April 6, 2014 Poetry , POETRY / FICTION













Steve De France


The train jerks & I start nervously

at the sudden sound of banging couplings.

For a moment you are framed

by my compartment window,

as if you are a glassed museum

exhibit of early man.


the urgent clang of couplings

as the train bumps forward—I start

but you don’t turn at the sound.

You don’t care the train is leaving,

or that I sit behind air-conditioned glass

my mind working back through time


you are an African Runner

standing alone in sun baked Kraal

& in your eyes the sky reflects

a terrible primal red.


The train lurches forward

on fire with the sunset.

at my isolated window

I start at this leaving,

I always do— My iron portal

speeds across bayous,

& as night shadows lengthen

my train whistle gathers itself

into a high, brittle cry

flinging itself

into the coming of night. 






Steve De France


Something inside is broken.

Things snap as my body

twitches in angry spasms.

Dread comes unannounced

like nausea upon Sartre.

Starting as a tic, or a twitch,

I jerk & flop like a gasping fish on land.


My Doctor says my condition

is a culturally generated disorder.

I can’t control it. . millennial scum creatures

subdivide like amoeba around me,

I cry out strangling—my synapses short circuits

on the ersatz looks of this new humanity.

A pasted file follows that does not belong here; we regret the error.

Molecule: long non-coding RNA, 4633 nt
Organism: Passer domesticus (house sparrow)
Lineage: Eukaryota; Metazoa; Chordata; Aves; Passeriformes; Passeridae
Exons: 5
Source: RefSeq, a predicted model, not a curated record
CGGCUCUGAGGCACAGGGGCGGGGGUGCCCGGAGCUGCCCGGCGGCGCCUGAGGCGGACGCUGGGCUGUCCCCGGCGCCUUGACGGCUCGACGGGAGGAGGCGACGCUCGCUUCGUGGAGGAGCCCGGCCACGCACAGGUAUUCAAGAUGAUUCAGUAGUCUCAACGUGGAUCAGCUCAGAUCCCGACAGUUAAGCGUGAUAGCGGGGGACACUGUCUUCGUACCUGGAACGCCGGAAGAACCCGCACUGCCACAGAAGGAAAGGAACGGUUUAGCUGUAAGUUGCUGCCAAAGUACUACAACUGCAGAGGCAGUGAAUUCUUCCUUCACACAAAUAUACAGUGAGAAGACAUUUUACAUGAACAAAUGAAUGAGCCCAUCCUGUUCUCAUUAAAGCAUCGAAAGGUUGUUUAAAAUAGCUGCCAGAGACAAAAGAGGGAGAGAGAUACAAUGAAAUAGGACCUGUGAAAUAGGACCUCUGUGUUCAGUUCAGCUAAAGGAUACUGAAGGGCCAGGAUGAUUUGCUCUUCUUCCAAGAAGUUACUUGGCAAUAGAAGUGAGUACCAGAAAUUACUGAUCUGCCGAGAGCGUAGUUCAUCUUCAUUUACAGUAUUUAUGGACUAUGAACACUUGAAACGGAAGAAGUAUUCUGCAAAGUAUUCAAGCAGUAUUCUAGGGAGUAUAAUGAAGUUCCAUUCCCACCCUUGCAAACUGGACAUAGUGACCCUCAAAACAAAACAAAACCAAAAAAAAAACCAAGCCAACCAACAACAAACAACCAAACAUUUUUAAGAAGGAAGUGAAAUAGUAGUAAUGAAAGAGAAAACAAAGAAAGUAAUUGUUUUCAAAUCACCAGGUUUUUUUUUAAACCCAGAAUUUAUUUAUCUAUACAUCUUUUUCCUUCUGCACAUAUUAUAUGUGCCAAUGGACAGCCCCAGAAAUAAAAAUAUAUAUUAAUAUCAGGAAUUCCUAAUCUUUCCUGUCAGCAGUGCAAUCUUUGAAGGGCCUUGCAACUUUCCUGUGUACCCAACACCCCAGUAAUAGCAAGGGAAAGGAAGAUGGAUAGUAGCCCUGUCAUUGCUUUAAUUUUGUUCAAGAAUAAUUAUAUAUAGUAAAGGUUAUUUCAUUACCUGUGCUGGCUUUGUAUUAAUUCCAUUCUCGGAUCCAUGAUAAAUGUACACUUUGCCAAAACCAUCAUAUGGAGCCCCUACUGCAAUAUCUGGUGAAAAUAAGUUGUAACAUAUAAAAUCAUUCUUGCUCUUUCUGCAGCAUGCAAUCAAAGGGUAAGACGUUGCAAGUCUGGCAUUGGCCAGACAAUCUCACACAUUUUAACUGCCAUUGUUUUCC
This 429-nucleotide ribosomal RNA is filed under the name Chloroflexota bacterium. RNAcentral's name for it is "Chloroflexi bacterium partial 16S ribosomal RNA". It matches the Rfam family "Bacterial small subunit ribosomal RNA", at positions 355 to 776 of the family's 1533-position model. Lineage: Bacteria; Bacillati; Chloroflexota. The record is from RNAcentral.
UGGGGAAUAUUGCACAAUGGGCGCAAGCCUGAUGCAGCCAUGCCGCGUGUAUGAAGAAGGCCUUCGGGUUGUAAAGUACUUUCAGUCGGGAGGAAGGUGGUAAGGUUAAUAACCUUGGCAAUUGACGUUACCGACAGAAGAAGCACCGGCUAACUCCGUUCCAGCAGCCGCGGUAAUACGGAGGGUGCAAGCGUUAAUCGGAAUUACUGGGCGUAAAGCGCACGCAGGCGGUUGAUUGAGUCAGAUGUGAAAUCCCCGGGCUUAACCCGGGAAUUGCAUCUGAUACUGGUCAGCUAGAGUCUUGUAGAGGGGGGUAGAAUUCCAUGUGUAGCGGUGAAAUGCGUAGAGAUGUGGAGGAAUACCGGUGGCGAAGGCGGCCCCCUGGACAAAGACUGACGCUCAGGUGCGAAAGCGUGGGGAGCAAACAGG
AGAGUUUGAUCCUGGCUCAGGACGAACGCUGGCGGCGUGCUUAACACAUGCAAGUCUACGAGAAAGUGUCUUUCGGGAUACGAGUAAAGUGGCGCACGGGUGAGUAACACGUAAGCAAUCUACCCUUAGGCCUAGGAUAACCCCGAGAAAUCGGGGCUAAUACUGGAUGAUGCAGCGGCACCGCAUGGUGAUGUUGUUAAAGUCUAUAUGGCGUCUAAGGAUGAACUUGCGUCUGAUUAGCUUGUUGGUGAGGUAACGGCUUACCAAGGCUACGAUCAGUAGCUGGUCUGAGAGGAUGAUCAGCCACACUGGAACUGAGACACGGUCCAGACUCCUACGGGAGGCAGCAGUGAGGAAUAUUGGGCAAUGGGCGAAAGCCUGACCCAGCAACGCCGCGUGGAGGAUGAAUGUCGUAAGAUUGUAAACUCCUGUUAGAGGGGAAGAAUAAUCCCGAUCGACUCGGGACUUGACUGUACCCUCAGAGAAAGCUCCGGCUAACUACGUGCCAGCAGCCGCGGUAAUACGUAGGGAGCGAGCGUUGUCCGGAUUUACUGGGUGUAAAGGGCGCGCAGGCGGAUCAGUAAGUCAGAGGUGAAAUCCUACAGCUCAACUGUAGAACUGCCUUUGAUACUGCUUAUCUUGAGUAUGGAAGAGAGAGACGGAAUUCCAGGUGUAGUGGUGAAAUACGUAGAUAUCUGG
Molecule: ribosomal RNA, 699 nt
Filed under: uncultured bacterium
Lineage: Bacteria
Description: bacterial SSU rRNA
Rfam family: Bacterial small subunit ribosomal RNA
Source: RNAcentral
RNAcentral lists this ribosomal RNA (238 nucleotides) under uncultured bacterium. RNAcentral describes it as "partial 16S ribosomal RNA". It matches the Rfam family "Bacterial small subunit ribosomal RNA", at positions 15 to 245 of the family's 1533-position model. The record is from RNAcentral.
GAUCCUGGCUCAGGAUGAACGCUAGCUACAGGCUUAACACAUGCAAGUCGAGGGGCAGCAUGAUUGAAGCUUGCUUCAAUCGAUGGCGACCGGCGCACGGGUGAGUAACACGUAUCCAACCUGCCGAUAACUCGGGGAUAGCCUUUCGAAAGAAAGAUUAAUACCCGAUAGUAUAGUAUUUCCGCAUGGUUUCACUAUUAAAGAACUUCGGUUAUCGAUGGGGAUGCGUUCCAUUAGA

Steve De France


I drive back to tinsel town on Sunset Boulevard.

Hollywood—a town with its legs wide open,

An American landscape where fast food swathes

the night sky with burning cow flesh. Lowered

cars gyrate, rumble, boom, and with darkened windows,

prowl among fleshy bistros teeming with stale sex,

XXX rated movies, and unlive sex acts.


L.A. is the gun waiting to go off in your face.

Angels of the night linger on street corners,

as streets crawl with immigrants, domestic freaks,

and Zoo People from Montana— here to touch

Bogart’s wig—or Monroe’s wax breast.


All have vaguely heard an ancient culture plans

to kill them. Still they consume all things plastic,

knowing less than more is always nothing.

At times they laugh uncontrollably.




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  1. Susan August 08, at 15:57

    I want to respond to your second poem, so exquisitely stark. The ravaging of the flowers, specific and beautiful, parallels the wreckage of a woman's life in a traditional role turned ugly.

    • Susan August 08, at 16:00

      This comment is for Ilona Martonfi.


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